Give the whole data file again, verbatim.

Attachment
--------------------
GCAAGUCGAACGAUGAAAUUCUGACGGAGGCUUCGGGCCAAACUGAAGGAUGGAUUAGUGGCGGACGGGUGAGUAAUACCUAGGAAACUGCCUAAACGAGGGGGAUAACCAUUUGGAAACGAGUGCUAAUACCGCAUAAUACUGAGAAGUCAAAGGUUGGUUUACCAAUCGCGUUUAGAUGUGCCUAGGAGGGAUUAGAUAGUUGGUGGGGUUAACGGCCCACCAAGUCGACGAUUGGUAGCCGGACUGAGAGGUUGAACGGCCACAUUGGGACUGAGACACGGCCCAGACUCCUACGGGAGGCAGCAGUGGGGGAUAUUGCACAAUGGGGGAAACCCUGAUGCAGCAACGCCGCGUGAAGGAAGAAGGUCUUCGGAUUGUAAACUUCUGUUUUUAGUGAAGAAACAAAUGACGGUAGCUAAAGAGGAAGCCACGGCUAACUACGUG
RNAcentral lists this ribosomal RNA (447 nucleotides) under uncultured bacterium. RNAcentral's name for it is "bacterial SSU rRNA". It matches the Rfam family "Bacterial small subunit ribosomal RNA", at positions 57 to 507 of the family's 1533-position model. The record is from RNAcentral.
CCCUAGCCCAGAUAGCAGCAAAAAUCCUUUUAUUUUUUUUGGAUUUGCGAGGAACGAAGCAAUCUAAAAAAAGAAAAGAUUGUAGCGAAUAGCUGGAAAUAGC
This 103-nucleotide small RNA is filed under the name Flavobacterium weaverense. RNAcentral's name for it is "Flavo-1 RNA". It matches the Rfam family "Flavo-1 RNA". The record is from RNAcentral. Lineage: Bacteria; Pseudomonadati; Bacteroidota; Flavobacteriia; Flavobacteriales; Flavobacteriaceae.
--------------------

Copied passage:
GCAAGUCGAACGAUGAAAUUCUGACGGAGGCUUCGGGCCAAACUGAAGGAUGGAUUAGUGGCGGACGGGUGAGUAAUACCUAGGAAACUGCCUAAACGAGGGGGAUAACCAUUUGGAAACGAGUGCUAAUACCGCAUAAUACUGAGAAGUCAAAGGUUGGUUUACCAAUCGCGUUUAGAUGUGCCUAGGAGGGAUUAGAUAGUUGGUGGGGUUAACGGCCCACCAAGUCGACGAUUGGUAGCCGGACUGAGAGGUUGAACGGCCACAUUGGGACUGAGACACGGCCCAGACUCCUACGGGAGGCAGCAGUGGGGGAUAUUGCACAAUGGGGGAAACCCUGAUGCAGCAACGCCGCGUGAAGGAAGAAGGUCUUCGGAUUGUAAACUUCUGUUUUUAGUGAAGAAACAAAUGACGGUAGCUAAAGAGGAAGCCACGGCUAACUACGUG
RNAcentral lists this ribosomal RNA (447 nucleotides) under uncultured bacterium. RNAcentral's name for it is "bacterial SSU rRNA". It matches the Rfam family "Bacterial small subunit ribosomal RNA", at positions 57 to 507 of the family's 1533-position model. The record is from RNAcentral.
CCCUAGCCCAGAUAGCAGCAAAAAUCCUUUUAUUUUUUUUGGAUUUGCGAGGAACGAAGCAAUCUAAAAAAAGAAAAGAUUGUAGCGAAUAGCUGGAAAUAGC
This 103-nucleotide small RNA is filed under the name Flavobacterium weaverense. RNAcentral's name for it is "Flavo-1 RNA". It matches the Rfam family "Flavo-1 RNA". The record is from RNAcentral. Lineage: Bacteria; Pseudomonadati; Bacteroidota; Flavobacteriia; Flavobacteriales; Flavobacteriaceae.